Becoming a Recognized Hispanic-Serving Institution (HSI): Institutional Culture & Title V
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The purpose of this study was to understand the influence of institutional culture at an HSI on the Title V program. The findings highlight the forces that influence the process of securing, evaluating, and sustaining Title V grants. Drawing upon Kuh and Whitt (1988) and Tierney (1988; 2008), a single-site case study was constructed to explore all phases of a Title V grant cycle at a four-year public HSI. Data from 18 semi-structured interviews and over 20 institutional documents were used to investigate the institution and its Title V program utilizing the layers of institutional culture, such as external environment, mission, individual actors, and subcultures.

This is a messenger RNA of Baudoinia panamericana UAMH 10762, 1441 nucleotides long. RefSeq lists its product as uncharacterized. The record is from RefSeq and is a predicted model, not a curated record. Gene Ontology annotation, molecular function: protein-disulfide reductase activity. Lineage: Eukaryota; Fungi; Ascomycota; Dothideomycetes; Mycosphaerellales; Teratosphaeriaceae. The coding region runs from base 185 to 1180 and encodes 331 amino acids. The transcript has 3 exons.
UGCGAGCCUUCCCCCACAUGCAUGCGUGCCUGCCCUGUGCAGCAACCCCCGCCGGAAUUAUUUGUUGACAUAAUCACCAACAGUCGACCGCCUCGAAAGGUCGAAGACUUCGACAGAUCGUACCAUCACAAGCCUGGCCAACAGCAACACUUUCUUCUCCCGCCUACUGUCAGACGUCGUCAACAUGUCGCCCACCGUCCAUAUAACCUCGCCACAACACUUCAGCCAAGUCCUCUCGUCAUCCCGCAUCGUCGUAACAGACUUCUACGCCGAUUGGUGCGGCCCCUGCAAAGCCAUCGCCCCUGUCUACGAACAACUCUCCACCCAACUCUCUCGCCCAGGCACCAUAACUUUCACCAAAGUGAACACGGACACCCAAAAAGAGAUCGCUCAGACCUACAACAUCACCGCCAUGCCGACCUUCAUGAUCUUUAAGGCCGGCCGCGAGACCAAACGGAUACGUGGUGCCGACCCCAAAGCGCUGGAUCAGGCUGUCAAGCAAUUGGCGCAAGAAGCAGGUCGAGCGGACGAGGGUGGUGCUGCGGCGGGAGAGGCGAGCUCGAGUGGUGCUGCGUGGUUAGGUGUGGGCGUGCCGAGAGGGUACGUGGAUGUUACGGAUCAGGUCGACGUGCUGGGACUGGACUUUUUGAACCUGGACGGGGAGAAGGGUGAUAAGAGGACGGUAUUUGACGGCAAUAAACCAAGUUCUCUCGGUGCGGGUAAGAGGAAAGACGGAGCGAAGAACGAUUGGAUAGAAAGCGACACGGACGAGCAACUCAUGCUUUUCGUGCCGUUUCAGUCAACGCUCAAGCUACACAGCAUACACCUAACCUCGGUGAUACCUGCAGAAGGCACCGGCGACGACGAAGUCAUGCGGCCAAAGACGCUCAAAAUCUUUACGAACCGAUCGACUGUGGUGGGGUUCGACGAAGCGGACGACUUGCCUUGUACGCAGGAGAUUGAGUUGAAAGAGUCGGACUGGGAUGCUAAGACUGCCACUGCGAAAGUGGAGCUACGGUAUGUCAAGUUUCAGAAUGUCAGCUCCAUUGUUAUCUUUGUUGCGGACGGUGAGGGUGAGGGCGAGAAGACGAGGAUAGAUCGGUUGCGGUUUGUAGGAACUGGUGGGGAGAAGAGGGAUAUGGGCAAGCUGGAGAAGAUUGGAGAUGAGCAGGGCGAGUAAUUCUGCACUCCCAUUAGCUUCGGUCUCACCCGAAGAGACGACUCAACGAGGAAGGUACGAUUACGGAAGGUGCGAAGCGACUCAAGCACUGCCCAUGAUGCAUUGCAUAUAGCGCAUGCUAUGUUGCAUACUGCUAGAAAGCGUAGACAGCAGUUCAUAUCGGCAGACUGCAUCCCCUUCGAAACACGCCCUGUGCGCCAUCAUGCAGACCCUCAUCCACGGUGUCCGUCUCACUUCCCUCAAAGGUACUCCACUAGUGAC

While Kuh and Whitt (1988) and Tierney's (1988; 2008) frameworks capture most of the findings, several aspects of institutional culture emerged that were not fully integrated into either framework. Most notably, race and ethnicity was central to all aspects of institutional culture and were added as a crosscutting layer. Additionally, external forces such as state-level policy changes or clarification of accrediting agency regulations directly influenced various stages of the Title V program. The new frame for analyzing institutional culture at HSIs situates the institution and its individual actors within the surrounding region and illustrates how external forces influence the various layers. This study contributes to a growing body of research on HSIs and adds to our understanding of federal support for these institutions through Title V.